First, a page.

The millennial mystery

I count myself as a millennial, so I believe I can speak on this with some level of authority. If you don’t know what a millennial is, it’s a broad term for a generation born approximately between the years 1982 and 2002. A popular video did the rounds on social media earlier this year, which really speaks into this well. If you’re not familiar with it, check it out here

Millennials are often seen as one of the most difficult generations to engage with due to a variety of reasons; some older generations put it down to ‘selfishness’ and ‘self-entitlement’ where as others blame the older generations as the parents of this age group. The common argument around ‘everyone gets a trophy’ mindset has become the popular rhetoric that only seems to result in more finger-pointing in every direction, which does no one any favours.

I tend to take a more sociological approach. I instead look at the increasing complexities that millennials face. Millennials have grown up in a world of rapid hyper-connectedness through means that no other generation has faced before; I’m talking about social media, mobile connectedness (smartphones etc) and the integration of the internet in the mid-late 1990s. With this, can come the need for instant social gratification. This raises the question; how has the Church responded?

The Church may not have to like how young people are, but the fact is; it’s the way this generation is, and the Church must meet young people where they are. It’s a harsh reality, but one that cannot be ignored.

The Barna group is a body of researchers that focus on generational needs and views, and they do fascinating statistics on the Church, particularly as it pertains to engagement. David Kinnaman is president of Barna Group and the author of ‘You Lost Me: Why young Christians are leaving the Church’ (buy here).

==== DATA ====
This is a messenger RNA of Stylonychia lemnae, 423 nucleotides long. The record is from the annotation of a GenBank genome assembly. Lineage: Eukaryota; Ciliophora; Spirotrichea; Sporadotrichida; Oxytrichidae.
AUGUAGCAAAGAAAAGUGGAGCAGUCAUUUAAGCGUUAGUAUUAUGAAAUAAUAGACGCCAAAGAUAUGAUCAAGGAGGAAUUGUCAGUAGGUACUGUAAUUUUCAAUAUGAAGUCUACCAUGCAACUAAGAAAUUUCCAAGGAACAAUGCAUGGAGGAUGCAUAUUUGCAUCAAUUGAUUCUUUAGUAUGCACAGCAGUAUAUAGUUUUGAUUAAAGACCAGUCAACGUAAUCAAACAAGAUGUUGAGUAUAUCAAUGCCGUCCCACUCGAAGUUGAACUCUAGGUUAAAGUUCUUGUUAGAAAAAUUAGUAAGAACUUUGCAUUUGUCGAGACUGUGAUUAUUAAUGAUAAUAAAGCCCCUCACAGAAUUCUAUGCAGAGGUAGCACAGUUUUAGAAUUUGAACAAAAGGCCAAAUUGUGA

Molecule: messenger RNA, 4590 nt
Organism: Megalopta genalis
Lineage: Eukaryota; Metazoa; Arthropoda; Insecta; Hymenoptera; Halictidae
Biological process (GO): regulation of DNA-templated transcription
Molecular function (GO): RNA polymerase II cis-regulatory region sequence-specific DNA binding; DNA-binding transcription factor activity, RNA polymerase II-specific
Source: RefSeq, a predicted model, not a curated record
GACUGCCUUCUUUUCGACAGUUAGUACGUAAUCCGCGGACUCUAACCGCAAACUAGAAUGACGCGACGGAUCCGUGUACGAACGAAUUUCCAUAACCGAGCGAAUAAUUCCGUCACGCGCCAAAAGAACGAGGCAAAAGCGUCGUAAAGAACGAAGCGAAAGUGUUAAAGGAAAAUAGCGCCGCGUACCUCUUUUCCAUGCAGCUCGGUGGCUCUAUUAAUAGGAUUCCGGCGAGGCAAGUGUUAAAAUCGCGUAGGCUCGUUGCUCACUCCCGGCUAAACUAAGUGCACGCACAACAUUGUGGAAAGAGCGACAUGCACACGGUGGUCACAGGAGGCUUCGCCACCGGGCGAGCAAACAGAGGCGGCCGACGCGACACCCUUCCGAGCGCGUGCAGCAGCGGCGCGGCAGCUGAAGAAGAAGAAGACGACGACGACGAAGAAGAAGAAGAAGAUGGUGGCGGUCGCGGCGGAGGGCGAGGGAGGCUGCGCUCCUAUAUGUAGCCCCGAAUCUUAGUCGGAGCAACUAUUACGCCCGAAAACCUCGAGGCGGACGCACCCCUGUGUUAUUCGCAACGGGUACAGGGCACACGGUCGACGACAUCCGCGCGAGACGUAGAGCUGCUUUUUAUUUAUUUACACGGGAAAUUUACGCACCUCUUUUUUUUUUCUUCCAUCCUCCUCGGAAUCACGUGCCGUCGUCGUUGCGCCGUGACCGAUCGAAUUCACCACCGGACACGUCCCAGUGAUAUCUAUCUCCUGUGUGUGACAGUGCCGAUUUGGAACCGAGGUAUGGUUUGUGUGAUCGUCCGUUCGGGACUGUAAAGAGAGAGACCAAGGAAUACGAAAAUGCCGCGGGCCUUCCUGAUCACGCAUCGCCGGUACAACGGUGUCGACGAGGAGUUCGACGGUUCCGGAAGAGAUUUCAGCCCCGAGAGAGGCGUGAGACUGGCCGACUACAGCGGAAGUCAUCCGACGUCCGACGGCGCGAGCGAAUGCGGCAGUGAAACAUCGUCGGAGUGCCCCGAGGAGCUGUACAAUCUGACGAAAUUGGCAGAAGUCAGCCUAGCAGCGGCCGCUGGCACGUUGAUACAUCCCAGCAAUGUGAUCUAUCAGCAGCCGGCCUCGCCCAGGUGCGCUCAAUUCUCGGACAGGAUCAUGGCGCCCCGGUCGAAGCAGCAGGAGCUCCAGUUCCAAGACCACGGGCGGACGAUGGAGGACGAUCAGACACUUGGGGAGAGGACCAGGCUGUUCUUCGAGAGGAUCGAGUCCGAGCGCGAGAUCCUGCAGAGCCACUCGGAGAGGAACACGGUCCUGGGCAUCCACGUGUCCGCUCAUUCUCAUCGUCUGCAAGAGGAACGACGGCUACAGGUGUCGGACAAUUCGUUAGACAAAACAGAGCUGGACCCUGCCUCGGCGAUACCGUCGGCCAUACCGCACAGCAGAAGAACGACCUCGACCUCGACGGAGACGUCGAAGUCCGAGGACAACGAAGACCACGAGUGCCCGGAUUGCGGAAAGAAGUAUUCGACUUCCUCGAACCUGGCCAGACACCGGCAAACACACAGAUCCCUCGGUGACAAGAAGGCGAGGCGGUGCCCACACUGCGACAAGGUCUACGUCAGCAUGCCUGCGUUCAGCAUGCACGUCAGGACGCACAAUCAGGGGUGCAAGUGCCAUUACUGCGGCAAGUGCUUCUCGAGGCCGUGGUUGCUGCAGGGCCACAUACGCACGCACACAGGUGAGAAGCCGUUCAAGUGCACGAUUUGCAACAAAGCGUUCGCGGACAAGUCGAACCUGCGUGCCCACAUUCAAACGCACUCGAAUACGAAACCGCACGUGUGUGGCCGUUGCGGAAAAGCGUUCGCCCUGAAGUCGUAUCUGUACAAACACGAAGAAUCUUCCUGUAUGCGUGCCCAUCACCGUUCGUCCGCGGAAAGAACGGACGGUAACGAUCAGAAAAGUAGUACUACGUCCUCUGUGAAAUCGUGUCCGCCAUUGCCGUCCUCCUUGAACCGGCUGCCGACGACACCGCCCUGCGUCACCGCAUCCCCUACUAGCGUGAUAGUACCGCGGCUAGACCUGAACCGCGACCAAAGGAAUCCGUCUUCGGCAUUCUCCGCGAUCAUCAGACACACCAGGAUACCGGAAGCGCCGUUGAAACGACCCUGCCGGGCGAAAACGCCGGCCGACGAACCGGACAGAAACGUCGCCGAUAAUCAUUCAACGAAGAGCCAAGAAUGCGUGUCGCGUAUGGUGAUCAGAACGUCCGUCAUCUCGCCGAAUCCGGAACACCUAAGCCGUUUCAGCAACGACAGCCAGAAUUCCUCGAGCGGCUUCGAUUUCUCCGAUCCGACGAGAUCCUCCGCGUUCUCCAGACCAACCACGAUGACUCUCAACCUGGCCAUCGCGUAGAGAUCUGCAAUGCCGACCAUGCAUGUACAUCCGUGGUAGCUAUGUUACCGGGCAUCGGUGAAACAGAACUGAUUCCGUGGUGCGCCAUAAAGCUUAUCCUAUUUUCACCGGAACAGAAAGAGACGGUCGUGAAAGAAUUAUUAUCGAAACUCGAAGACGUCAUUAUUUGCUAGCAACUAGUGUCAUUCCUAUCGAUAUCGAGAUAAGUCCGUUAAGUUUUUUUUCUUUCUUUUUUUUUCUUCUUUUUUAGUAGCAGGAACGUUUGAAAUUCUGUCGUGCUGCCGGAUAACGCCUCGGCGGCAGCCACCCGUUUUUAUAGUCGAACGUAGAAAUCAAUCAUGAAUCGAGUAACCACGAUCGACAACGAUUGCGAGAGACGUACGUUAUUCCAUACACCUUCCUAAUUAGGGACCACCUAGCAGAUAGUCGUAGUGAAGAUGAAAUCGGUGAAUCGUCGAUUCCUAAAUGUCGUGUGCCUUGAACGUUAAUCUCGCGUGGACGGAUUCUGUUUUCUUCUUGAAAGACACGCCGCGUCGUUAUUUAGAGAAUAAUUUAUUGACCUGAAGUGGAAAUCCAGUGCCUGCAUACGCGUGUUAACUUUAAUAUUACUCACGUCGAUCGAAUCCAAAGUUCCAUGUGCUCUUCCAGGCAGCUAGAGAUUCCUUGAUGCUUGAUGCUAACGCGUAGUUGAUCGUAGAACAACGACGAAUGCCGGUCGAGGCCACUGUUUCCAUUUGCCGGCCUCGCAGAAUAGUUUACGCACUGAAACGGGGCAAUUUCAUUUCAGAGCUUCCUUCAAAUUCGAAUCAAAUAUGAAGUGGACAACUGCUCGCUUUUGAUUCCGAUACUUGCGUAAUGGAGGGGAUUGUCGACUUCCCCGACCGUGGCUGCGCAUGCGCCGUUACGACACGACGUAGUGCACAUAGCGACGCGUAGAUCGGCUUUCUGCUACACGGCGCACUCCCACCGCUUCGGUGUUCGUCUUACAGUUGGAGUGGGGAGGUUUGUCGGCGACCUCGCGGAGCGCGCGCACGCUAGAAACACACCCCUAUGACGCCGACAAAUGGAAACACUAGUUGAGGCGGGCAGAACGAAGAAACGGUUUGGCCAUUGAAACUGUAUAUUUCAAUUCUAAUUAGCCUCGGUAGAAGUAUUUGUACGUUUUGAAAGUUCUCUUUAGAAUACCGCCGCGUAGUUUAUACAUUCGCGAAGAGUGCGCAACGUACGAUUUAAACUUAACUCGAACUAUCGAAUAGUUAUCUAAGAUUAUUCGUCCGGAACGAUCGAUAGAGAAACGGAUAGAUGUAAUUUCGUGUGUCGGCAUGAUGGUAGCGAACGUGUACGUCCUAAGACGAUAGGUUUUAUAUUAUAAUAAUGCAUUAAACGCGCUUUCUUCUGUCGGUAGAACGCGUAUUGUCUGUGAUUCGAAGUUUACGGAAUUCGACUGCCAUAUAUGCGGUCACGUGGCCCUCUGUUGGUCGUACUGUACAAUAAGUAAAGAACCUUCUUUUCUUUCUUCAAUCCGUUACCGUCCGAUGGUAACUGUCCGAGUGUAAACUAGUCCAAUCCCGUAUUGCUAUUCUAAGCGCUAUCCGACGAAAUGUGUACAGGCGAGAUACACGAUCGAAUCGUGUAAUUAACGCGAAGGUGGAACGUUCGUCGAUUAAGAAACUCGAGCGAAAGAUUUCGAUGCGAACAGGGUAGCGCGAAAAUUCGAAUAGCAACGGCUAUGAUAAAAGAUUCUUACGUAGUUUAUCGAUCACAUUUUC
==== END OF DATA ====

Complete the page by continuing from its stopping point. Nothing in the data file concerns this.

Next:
Kinnaman focuses on millennials’ needs for understanding and Church transparency in issues that millennials want to know about, particularly around social issues. The Church can shy away from the tough topics, which can create millennials to grow a mistrust in the Church. Again, whether these feelings are apt or not, the fact remains; it’s where young people are at, and the Church needs to be able to effectively and transparently address the concerns of millennials.

I have noticed a strong correlation between the Churches that are open about talking about ‘taboo’ topics and growth and sustainability of young people.

The question I would encourage any Church to ask millennials is this; what do you want to know? And then be prepared to journey with millennials through this. The need for instant information needs to be available, and if this means the Church needs to brush up on its modern-day apologetics, then this is what must be done.

The truth of the Bible is our ally, and we need to guide young people to the same understanding. It all starts with the question; what do you want to know?

(More reading form Barna group: https://www.barna.com/research/what-millennials-want-when-they-visit-church/)

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